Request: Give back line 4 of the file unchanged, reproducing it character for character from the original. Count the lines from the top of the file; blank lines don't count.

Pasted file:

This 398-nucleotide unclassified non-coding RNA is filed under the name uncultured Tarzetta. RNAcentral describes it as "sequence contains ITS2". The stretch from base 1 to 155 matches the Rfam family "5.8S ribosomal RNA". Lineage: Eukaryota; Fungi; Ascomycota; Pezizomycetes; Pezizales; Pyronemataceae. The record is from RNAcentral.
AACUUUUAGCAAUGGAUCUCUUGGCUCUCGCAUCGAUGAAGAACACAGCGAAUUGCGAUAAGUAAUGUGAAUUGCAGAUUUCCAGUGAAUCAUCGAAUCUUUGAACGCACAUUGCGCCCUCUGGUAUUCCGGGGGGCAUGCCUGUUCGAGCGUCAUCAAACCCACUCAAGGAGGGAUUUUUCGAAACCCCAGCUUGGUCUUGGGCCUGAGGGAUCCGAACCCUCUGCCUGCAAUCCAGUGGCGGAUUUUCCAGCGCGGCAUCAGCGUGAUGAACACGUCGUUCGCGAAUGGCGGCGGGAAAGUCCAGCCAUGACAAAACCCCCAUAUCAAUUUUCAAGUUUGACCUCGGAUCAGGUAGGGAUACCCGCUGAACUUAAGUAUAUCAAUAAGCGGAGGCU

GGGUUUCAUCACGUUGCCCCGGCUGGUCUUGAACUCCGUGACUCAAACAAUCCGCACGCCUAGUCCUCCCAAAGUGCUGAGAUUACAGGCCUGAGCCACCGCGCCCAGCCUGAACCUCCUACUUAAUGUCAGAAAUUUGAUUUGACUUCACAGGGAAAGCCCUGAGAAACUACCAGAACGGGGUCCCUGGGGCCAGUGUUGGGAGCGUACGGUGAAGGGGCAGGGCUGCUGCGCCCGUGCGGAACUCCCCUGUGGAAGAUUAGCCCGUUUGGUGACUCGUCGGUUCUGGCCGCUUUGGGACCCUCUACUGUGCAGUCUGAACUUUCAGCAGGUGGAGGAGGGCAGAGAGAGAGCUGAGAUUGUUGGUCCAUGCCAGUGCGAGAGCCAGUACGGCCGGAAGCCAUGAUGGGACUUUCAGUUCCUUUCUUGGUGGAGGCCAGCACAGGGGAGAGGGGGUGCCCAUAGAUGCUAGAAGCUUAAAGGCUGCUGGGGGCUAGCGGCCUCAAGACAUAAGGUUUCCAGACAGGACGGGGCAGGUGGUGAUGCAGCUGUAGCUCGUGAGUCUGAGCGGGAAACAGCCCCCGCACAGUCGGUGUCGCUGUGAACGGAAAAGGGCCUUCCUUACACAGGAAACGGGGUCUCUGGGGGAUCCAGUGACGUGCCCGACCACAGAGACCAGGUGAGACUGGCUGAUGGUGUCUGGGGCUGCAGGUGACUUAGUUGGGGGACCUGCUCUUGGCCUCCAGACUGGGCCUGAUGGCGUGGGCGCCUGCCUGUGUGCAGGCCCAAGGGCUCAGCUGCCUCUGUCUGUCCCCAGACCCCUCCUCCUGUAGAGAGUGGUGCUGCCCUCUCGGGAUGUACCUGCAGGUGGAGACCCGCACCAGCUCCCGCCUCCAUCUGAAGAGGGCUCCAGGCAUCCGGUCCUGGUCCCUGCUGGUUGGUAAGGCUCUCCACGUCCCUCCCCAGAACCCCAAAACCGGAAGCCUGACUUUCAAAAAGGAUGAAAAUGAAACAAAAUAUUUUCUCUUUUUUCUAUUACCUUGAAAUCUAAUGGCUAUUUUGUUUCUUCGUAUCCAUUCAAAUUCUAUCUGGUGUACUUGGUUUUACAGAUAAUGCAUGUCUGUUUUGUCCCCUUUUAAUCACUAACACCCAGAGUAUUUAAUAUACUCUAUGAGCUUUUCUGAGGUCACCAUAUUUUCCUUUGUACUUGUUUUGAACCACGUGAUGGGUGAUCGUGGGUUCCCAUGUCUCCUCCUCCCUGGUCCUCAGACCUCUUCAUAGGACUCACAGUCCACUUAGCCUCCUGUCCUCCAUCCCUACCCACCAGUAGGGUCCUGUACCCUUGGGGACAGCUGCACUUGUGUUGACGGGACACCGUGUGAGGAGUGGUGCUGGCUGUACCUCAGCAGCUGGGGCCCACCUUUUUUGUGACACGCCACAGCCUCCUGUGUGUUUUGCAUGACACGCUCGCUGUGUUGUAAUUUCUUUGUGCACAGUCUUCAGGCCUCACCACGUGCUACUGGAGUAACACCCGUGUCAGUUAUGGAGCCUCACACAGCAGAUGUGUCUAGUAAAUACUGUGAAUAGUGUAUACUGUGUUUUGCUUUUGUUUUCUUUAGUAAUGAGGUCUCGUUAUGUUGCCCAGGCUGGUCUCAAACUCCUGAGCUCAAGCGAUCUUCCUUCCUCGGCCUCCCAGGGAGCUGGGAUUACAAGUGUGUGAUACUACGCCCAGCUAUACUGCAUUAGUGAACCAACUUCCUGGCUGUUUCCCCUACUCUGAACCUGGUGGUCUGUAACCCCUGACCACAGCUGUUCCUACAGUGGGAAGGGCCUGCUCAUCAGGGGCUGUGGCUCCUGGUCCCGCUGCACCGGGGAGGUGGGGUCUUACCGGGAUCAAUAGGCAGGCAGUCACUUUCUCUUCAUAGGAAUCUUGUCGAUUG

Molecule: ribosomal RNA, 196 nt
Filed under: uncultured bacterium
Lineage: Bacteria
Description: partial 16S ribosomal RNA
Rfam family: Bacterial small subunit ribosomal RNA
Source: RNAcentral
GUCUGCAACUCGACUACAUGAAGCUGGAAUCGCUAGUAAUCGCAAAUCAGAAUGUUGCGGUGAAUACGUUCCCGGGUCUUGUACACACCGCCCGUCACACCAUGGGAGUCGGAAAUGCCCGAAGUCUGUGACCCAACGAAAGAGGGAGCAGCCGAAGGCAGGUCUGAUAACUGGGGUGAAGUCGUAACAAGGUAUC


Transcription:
Molecule: ribosomal RNA, 196 nt